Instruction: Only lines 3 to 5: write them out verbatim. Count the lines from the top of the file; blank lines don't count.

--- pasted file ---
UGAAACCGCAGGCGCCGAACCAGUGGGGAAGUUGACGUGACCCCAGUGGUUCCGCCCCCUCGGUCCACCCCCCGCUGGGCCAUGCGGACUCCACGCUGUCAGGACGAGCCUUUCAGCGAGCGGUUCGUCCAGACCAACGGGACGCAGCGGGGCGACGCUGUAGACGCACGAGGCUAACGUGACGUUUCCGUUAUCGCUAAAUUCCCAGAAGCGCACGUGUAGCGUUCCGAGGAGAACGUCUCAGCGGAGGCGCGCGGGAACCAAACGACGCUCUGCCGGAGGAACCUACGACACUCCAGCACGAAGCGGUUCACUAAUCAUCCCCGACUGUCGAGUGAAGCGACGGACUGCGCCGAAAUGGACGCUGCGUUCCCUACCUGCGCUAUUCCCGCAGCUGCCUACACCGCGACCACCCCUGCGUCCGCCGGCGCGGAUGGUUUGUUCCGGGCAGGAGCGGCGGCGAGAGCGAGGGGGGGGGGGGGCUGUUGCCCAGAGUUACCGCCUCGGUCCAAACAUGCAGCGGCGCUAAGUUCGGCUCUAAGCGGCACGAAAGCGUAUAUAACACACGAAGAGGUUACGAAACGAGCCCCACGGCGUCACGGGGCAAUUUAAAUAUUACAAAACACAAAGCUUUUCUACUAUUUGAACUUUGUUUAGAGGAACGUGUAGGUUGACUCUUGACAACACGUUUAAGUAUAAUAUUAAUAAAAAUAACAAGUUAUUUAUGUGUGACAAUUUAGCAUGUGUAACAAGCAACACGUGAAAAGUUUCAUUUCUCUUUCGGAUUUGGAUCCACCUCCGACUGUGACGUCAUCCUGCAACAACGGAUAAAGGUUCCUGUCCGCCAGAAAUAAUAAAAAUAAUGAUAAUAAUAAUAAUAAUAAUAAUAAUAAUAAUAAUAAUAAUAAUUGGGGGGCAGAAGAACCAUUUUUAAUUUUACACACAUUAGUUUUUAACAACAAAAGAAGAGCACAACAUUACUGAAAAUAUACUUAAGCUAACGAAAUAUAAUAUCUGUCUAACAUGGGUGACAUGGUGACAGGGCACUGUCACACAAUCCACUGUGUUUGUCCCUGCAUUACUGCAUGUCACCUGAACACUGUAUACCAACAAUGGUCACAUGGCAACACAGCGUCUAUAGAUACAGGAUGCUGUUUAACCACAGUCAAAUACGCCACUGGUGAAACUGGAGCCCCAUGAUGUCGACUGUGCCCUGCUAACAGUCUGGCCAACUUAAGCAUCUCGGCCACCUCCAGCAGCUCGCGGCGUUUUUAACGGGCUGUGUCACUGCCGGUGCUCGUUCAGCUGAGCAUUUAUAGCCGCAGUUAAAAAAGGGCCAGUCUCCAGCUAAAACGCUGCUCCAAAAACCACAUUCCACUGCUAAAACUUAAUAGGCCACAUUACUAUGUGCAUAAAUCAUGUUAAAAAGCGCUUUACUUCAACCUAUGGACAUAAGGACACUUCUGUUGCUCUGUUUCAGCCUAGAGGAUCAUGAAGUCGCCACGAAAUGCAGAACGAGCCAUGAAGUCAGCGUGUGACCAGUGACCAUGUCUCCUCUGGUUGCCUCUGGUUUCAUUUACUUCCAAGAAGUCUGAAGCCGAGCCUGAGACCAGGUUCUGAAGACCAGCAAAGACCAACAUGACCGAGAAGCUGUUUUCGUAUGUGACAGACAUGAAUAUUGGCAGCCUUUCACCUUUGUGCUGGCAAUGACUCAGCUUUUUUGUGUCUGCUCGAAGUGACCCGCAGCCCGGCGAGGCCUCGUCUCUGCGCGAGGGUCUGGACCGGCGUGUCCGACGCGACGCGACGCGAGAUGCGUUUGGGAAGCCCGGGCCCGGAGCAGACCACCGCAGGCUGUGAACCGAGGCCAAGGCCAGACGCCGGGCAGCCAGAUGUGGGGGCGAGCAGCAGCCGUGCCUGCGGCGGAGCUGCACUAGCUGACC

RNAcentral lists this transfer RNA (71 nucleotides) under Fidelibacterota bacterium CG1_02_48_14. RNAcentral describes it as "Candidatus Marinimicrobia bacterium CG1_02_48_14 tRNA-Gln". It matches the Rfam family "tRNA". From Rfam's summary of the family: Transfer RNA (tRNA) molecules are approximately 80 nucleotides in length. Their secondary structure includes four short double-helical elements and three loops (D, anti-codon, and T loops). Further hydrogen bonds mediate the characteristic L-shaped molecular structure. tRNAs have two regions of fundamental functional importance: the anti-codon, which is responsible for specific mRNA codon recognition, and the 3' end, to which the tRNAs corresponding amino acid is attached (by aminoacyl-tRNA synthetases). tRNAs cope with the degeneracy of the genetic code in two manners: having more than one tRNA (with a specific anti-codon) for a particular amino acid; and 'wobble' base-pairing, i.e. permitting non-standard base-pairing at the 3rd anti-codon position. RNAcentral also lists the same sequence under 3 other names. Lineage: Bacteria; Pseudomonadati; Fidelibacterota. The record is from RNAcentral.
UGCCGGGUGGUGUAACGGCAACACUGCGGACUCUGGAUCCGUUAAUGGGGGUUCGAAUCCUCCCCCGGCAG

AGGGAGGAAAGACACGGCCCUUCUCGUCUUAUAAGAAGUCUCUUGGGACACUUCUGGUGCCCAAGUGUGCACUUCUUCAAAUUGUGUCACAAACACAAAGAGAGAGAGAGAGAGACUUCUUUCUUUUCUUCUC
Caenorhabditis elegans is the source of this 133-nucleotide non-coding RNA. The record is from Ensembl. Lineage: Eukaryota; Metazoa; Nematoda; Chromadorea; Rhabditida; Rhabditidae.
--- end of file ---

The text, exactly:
UGCCGGGUGGUGUAACGGCAACACUGCGGACUCUGGAUCCGUUAAUGGGGGUUCGAAUCCUCCCCCGGCAG

AGGGAGGAAAGACACGGCCCUUCUCGUCUUAUAAGAAGUCUCUUGGGACACUUCUGGUGCCCAAGUGUGCACUUCUUCAAAUUGUGUCACAAACACAAAGAGAGAGAGAGAGAGACUUCUUUCUUUUCUUCUC
Caenorhabditis elegans is the source of this 133-nucleotide non-coding RNA. The record is from Ensembl. Lineage: Eukaryota; Metazoa; Nematoda; Chromadorea; Rhabditida; Rhabditidae.